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Techniques Manual Table of Contents

Physiological Processes of Bacteria


The Cell Walls of Gram Positive and Gram Negative Bacteria. Bacteria are unique among all organisms in the composition of their cell walls. Composed of a material called peptidoglycan, the bacterial cell wall is essentially a tremendously long polysaccharide which wraps around the bacterial cell membrane. The parallel strands of polysaccharide are cross linked by short peptides to provide additional structural strength. The peptidoglycan may be present in a single layer (Gram negative bacteria)or in multiple layers (Gram positive bacteria), sometimes as many as 12 layers. Gram positive and Gram negative bacteria also have many fundamental differences in their physiology and ecology. Furthermore, the medical treatment of Gram positive and Gram negative bacterial infections is also frequently different. For example, many of our antibiotics target cell wall formation and drugs which work against Gram positive cell wall formation are generally ineffective against Gram negatives. For these reasons, whenever bacteria are being characterized, we start by finding their Gram's stain characteristics and cellular morphology.

Bacteria are an excellent model system for studying physiological processes. Most metabolic pathways proceed in the same fashion in all organisms. Because bacteria are easy to work with and grow so rapidly they are ideal for many types of metabolic studies. In addition, discerning which metabolic pathways a particular species of bacteria uses is an important differential tool for identification purposes. In this exercise we will look at several important physiological processes such as whether the bacteria use oxidative respiration or fermentation (or both), the production of particular waste products and the utilization of particular metabolites.

One key physiological determination to be made when working with bacteria is to assess their requirement for oxygen. Some bacteria absolutely need oxygen to live (aerobes), others are killed by a faint whiff of oxygen (obligate anaerobes) while others can grow with oxygen but can also grow (albeit more slowly) in its absence (facultative anaerobes). There are also aerotolerant anaerobic bacteria like the streps which can live in the presence of oxygen but don't use it.

Anaerobic bacteria (either obligate or facultative) produce ATP without the assistance of Krebs Cycle or the oxidative electron transport system. Many will therefore get all their ATP from fermentation, meaning they produce lots of acidic waste products. We can therefore differentiate between aerobes and facultative bacteria based on detecting these acidic waste products. Obligate anaerobes can't grow without special media to remove all the oxygen so we will not be working with any of these. Beside, anaerobic bacteria really stink!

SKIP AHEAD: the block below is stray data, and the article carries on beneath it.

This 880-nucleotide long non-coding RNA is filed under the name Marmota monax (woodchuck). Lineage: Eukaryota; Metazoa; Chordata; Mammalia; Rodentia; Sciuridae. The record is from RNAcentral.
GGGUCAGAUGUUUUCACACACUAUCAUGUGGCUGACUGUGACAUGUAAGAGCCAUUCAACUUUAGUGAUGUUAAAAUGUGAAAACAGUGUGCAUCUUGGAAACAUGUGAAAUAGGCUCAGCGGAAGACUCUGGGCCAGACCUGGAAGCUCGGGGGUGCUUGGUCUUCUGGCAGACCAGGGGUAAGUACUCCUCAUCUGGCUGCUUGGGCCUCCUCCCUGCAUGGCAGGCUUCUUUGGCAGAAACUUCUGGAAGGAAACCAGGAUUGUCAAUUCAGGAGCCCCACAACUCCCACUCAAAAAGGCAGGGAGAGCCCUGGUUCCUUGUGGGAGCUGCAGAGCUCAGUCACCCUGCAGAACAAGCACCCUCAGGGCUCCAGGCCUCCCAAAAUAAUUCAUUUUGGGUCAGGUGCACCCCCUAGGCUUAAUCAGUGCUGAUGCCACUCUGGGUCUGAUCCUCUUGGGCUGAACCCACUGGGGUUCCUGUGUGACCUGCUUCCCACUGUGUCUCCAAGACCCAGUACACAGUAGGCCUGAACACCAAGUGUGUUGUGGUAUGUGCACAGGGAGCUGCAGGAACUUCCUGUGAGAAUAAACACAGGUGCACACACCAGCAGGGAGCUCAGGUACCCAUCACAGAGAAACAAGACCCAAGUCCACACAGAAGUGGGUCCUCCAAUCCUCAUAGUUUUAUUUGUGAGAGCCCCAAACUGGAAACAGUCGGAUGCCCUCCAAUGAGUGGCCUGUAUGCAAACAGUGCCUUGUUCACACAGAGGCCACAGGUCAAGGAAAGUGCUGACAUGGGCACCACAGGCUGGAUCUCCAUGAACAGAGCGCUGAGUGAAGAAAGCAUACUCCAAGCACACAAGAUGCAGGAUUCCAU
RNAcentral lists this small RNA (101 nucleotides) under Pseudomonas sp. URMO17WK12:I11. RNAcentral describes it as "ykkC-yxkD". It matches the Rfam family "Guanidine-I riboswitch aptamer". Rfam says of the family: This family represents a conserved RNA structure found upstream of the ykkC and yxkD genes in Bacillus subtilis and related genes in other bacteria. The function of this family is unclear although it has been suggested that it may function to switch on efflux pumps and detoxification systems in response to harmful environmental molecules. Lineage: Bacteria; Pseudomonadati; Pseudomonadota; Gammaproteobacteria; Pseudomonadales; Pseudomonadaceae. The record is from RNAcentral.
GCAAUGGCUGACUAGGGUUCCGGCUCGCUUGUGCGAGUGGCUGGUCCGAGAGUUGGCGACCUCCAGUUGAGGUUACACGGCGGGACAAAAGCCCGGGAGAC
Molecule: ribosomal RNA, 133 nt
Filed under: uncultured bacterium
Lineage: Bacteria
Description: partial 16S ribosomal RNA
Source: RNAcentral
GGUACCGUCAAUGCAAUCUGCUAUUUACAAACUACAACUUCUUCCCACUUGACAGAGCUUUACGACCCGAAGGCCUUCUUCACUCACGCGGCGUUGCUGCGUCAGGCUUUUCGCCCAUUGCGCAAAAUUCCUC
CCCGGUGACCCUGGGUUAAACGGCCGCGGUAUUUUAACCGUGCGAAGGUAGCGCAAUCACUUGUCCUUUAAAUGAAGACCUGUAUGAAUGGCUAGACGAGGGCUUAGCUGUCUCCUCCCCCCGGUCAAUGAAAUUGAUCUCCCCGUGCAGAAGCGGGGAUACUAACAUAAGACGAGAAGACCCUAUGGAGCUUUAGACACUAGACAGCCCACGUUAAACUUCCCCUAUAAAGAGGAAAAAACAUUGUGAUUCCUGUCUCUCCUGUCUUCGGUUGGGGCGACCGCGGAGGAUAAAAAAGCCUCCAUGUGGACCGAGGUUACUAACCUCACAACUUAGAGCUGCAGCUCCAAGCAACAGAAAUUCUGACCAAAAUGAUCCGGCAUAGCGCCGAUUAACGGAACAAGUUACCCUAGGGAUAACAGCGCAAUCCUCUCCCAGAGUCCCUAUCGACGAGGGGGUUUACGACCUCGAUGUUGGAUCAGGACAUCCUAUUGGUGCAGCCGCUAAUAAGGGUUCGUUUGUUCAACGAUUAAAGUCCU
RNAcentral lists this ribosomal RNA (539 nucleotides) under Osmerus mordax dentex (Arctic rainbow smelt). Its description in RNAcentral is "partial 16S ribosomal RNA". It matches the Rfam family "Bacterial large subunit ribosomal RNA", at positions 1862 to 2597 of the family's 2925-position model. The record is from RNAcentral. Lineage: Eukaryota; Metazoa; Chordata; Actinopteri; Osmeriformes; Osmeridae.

The SIM media is extremely useful for looking at several physiological characteristics. SIM is an acronym for sulfur, indole and motility. This media allows us to simultaneously determine whether these two metabolic waste products are being produced and whether the bacteria is motile. Sulfur and indole are produced when amino acids are used for energy sources. The amino acids methionine and cysteine contain sulfur. When they are used for energy, the bacteria excrete excess sulfur in the form of hydrogen sulfide (H2S). H2S reacts with iron in the SIM agar and forms a black precipitate. Indole (part of the amino acid side chain) is produced as a waste product when bacteria use the amino acid tryptophan.


Part One. Gram Stain Characteristics.

Once we have isolated colonies of bacteria, the next step need to characterize the bacteria by using the Gram stain. Practice the gram stain technique by staining the known gram positive and gram negative bacteria provided by your instructor. Once you are comfortable with the technique, Gram stain your unknown pure culture isolate. and determine its Gram stain characteristics and verify its cellular morphology.

Part Two: Oxygen Utilization.

On a PER TABLE basis, inoculate one known aerobe and one known facultative anaerobe to phenol red broth tubes. These are your control tubes. In addition, each student will inoculate his/her unknown to a separate phenol red broth. Record your results after 24 hour incubation

Part Three: The SIM media.

Each table of students should inoculate SIMs with the two control bacteria provided by the instuctor and each of the unknowns. After 24 to 48 hours, check for the following characteristics:

  • Motility. Motile bacteria will make the whole media turbid while non-motile bacteria will grow only along the stab line.
  • Sulfur. Excretion of sulfur will turn the media black.
  • Indole. Excretion of indole is detected by adding Kovac's Reagent to the top of the media AFTER the incubation period. The presence of indole will turn the Kovac's Reagent bright red.

Part four. Exoenzyme production. Some bacteria produce exoenzmes to help them degrade macromolecules from the environment so that the simple nutrients can be transported across the cell membrane. One example of an exoenzyme is amylase, the enzyme responsible for breaking down starch into smaller units, primarily glucose and maltose, the glucose disaccharide. Each student should inoculate their unknown bacteria along with a known starch positive and negative bacteria onto a starch agar and obtain results after 24 - 48 hours.